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'Eight Elders' Wield Power Behind the Scenes in China


BEIJING — When Chinese President Yang Shangkun left here for a routine eight-day trip to Singapore and Malaysia, Premier Li Peng offered some cheerful advice.

"Don't let yourself get too busy," Li counseled Yang while shaking hands goodby at a brief departure ceremony in the Great Hall of the People last week.

Yang, a sturdy 84-year-old, bantered briefly with Li, then headed for the airport.

Li's words, however pleasant and respectful, carried an implicit acknowledgment of the central fact of political life here: The men who really rule China are old. Very old. Yang is one of the few who is not also sick or feeble.

With Deng Xiaoping, 87, slowly fading, and other octogenarian power-holders rumored to be hospitalized, Yang plays an increasingly important role as Deng's most important political ally. As a national leader, Yang now is second in influence only to Deng.

Communist Party General Secretary Jiang Zemin, 65, and Premier Li, 63, while titular heads of the party and government, in fact serve only at the pleasure of their elders. This reality was dramatically demonstrated in the events of three years ago that led to Jiang's elevation.

The decision to use violence to crush the pro-democracy demonstrations that engulfed Beijing in the spring of 1989 was essentially imposed by eight octogenarians: Deng, Yang, Chen Yun, Li Xiannian, Peng Zhen, Wang Zhen, Bo Yibo and Song Renqiong.

Zhao Ziyang, the reformist head of the Communist Party at the time, strongly advocated softer means of bringing the situation under control. He was overruled not by his generational peers, but by the elders. Zhao then was booted out, and Jiang was installed to replace him.

After the crackdown, in which hundreds, perhaps thousands, of Beijing students and citizens were killed as martial-law troops shot their way into the city, the Chinese media heaped effusive praise on the "veteran revolutionaries of the older generation" for their decisive role in defending socialism.

These so-called Eight Elders--too weak physically and mentally to actually run the country day by day, but too powerful to be pushed aside--still exercise veto power over major policy and personnel decisions. The result is that there are no dramatic new initiatives on anything.

"They don't have arduous work schedules--none of them except Yang work more than an hour or two a day," commented a Western diplomat who spoke on condition of anonymity. "They also peruse documents, however. A government minister told me you can never know, when you're doing something, whether it might come to their attention. So they do play a semi-active political role."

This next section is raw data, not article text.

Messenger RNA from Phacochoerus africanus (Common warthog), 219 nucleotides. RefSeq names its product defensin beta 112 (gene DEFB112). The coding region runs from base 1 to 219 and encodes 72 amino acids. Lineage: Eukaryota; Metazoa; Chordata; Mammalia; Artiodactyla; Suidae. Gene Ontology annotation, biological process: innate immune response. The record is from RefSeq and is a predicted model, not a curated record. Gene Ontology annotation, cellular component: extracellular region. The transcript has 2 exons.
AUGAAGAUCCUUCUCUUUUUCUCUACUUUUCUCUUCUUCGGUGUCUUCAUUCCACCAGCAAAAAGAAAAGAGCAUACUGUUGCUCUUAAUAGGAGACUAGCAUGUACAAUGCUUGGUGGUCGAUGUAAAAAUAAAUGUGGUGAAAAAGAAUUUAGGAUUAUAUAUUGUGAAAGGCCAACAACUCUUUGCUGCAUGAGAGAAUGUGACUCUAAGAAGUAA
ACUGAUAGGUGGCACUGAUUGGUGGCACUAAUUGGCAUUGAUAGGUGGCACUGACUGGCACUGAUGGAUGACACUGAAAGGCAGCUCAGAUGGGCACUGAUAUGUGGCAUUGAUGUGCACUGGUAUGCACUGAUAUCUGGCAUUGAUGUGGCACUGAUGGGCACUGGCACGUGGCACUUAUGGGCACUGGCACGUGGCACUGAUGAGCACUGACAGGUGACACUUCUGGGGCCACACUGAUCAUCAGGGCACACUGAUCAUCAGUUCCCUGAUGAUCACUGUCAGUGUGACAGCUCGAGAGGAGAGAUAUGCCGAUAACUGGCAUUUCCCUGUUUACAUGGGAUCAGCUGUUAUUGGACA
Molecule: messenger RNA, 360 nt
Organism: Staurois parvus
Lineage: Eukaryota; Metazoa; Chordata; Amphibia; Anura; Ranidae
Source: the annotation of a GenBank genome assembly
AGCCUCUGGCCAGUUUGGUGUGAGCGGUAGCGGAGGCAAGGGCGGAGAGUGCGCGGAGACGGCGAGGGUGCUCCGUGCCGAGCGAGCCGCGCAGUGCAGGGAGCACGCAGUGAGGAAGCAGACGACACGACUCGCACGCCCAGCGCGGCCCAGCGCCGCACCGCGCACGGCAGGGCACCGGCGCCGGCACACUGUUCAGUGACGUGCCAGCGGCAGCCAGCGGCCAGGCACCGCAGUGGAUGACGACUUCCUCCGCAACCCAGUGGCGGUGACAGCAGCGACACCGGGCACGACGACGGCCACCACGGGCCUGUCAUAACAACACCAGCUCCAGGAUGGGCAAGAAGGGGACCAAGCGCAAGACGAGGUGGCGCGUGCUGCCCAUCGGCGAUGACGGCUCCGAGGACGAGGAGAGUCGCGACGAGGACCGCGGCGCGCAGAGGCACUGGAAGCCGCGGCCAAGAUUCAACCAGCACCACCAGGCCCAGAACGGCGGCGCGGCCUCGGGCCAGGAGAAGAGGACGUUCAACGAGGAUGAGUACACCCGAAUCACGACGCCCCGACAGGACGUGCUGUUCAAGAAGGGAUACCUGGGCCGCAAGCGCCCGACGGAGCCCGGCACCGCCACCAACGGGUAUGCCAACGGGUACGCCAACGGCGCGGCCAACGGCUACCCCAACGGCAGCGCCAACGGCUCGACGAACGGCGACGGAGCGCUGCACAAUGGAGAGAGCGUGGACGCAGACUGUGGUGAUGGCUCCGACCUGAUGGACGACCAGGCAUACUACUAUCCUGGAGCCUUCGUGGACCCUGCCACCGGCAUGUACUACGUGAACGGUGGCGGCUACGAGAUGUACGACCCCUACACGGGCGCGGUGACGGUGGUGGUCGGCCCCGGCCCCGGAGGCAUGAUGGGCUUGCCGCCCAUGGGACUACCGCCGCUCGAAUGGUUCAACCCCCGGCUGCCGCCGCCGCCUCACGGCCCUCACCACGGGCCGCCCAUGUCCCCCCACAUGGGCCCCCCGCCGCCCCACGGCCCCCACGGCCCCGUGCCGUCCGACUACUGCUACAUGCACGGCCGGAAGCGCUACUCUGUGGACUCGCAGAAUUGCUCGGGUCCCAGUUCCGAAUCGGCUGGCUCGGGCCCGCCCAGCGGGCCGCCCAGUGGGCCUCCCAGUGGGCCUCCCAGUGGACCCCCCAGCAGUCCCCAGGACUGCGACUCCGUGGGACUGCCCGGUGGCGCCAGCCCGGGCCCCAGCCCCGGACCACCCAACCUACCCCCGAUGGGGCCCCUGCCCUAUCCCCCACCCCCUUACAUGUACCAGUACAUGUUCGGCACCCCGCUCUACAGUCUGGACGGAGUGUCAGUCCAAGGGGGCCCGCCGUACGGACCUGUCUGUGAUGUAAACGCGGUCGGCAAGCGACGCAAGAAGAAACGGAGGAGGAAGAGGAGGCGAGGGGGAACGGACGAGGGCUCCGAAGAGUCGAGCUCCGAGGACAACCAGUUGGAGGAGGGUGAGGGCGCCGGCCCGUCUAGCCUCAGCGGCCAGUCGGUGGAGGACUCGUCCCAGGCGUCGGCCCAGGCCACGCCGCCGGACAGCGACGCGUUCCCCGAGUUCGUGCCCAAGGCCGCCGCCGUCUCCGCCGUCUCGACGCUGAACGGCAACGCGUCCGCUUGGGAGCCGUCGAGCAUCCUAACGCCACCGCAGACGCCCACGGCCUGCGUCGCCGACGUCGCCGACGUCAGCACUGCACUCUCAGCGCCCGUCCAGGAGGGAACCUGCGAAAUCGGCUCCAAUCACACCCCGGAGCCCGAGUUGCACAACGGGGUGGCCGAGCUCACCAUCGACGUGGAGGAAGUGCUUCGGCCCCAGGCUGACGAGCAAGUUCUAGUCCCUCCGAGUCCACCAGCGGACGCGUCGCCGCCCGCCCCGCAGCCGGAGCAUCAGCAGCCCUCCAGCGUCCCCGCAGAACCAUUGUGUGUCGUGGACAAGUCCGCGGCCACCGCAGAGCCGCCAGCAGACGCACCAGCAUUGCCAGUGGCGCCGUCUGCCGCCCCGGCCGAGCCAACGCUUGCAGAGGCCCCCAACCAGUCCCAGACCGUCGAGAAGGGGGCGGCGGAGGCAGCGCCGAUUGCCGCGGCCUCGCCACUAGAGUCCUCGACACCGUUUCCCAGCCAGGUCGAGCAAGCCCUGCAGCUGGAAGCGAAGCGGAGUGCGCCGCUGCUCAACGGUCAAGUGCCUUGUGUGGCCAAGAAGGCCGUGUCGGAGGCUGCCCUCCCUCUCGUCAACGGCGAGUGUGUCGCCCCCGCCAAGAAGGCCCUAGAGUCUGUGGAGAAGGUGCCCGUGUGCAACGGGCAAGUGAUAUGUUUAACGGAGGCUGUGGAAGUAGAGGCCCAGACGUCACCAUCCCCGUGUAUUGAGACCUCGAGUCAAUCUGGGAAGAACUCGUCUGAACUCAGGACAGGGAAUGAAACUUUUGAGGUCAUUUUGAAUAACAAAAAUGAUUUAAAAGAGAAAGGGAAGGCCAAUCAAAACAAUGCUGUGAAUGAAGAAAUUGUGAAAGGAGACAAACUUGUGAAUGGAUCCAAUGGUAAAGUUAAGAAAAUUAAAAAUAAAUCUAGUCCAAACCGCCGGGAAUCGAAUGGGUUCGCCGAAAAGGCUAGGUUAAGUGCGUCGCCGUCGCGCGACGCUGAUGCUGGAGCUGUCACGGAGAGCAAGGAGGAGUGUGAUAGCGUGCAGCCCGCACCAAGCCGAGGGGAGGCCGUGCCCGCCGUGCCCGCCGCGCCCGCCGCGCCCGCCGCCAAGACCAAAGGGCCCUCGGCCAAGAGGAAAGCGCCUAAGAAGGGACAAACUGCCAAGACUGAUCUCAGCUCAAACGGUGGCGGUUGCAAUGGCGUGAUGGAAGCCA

In recent months, most of the eight have dropped out of sight. The people of Beijing, and much of China, now await the elders' passing with uneasy anticipation, unsure whether the looming generational change augurs greater freedom and economic progress or an eruption of chaos and bloodshed.

China is so secretive about the health of senior leaders--at least on matters that are truly serious--that it is impossible to be sure of their real conditions. But indications are that a wave of deaths may come this year.

"It could go down like a house of cards--one of them dies and the others go within six months," the Western diplomat commented. Reports of ill health swirl around almost all the senior leaders:

* Wang, 83, China's vice president and a vocal hard-liner widely despised by Chinese intellectuals, is rumored to be suffering from cancer and to have been hospitalized in December. A Chinese source said that Wang recently had surgery for throat cancer and that he is unlikely to live more than a few months. According to another story circulating here, Wang is having severe respiratory difficulties and an opening was cut in his throat to assist his breathing.

* Peng, 89, a former mayor of Beijing with broad ties to China's security apparatus, is said by some diplomats in Beijing to have suffered a stroke last fall. A Chinese source reported that Peng fell during a trip to Shandong province in early December and was left "permanently paralyzed." The December issue of the Hong Kong China-watching magazine Trend said Peng is hospitalized with heart trouble.

* Chen, 86, the most powerful critic of the pace and direction of some of Deng's economic reforms, has been in poor health for at least five years. He made a remarkable reappearance on Oct. 1, 1989, on the rostrum at Tian An Men for the celebration of the 40th anniversary of the establishment of the People's Republic of China, but looked like an invalid. Since then, he has made virtually no public appearances. In early January, the Hong Kong-based South China Morning Post quoted a report by a Shanghai source that Chen is receiving "intensive medical care." Chen maintains a residence in Hangzhou, where he usually spends the winter, and if he were to be hospitalized, it would probably be in nearby Shanghai.

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